Daily Dose of iQ: Big-box Retailers Move Back to Small-box Format

Jan 09, 2012 — Allan Pulga

Ten to 15 years ago, the big-box retailer was all the rage. Monolithic superstores like Costco, Sam's Club, Home Depot and Best Buy were popping up in suburbs across North America. They quickly signaled the demise of thousands of small businesses -- mom and pop grocery stores, hardware stores, electronics dealers, etc. -- and changed the way people like you and me shopped for everyday items.

Then something happened. Online retail grew rapidly (as did mobile technology), giving consumers the power to buy what they want without having to leave the house (or while on the go, with m-commerce), with products that are confirmed in-stock, AND at a lower price. Suddenly, retailers that were once the envy of the industry find themselves on the brink of collapse.

Now, as Sean Deale of InStoreTrends.com reports, these same big-box retailers are taking a new approach: Opening smaller spinoff stores "to bring stores closer to the aging shopper and to increasingly dense urban areas."

Not only have stores like Best Buy and Staples decreased their average store footprint by 15-20% and 10-15% respectively, but many others (including Walmart, Sainsbury's, Marks & Spencer and Loblaws) are "transforming in-store departments into standalone specialty outlets," Deal writes. This approach, of course, is not entirely new (Best Buy launched its Best Buy Mobile chain in 2007). The fact is, more and more big-boxes now employing the strategy.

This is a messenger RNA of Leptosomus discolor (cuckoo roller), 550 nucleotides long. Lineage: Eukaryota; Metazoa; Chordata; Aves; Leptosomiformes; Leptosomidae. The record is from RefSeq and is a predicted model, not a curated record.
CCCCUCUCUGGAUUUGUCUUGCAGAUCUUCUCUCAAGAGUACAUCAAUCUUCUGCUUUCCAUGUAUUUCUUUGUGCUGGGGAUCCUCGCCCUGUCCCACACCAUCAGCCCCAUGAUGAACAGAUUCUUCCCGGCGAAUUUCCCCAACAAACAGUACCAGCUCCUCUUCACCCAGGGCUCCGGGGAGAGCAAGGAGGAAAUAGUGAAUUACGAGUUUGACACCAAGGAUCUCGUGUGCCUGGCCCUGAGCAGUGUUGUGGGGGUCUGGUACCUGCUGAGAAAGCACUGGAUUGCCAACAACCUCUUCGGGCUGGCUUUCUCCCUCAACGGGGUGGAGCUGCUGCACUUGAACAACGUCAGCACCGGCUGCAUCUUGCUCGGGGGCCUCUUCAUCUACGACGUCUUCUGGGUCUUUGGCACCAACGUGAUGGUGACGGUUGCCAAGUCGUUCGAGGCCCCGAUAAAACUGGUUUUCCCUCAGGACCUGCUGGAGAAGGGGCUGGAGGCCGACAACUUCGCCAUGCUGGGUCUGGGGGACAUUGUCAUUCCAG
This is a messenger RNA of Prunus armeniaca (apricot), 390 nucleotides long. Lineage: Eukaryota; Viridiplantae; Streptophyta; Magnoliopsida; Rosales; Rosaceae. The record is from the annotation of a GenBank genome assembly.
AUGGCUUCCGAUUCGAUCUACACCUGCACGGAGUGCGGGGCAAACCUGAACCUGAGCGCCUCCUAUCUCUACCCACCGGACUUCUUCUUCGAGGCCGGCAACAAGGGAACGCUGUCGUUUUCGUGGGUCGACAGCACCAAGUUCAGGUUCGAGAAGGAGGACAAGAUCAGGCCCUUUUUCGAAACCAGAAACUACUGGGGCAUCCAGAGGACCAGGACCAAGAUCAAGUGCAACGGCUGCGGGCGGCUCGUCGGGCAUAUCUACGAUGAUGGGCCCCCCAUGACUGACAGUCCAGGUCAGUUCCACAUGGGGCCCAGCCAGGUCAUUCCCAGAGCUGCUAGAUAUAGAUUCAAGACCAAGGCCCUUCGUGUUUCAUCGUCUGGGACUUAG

Deale identifies the following examples:

  • Walmart opened its first standalone pharmacy in Mexico City in 2011 (see above photo).
  • Canadian supermarket retailer Loblaw has opened 7 standalone Joe Fresh stores (selling its popular clothing line) in Canada, as well as a number of stores in the New York metro area.
  • U.K. big-box retailers Marks & Spencer and Sainsbury's spun their ready-to-eat food departments (Food-on-the-Move and Fresh Kitchen respectively) off to standalone locations.
  • Today, there are about 325 Best Buy Mobile stores in the U.S. and 13 in Canada.

What's going to happen?

It's clear the big-box retailer is looking to compete with stores of all sizes, whether in the busy downtown areas or off the suburban freeway exits. These corporations are so big they're going to do whatever they can -- in this case, mixing their delivery channels/store formats -- to maximize their sales per square foot.

Once again, the small business owner is forced to control what he/she is able to control: customer service and the in-store experience.

What are your thoughts? Please post your comments below.

Topics: Retail Operations, Wireless Trends, Mobile Industry, Customer Experience, e-Commerce

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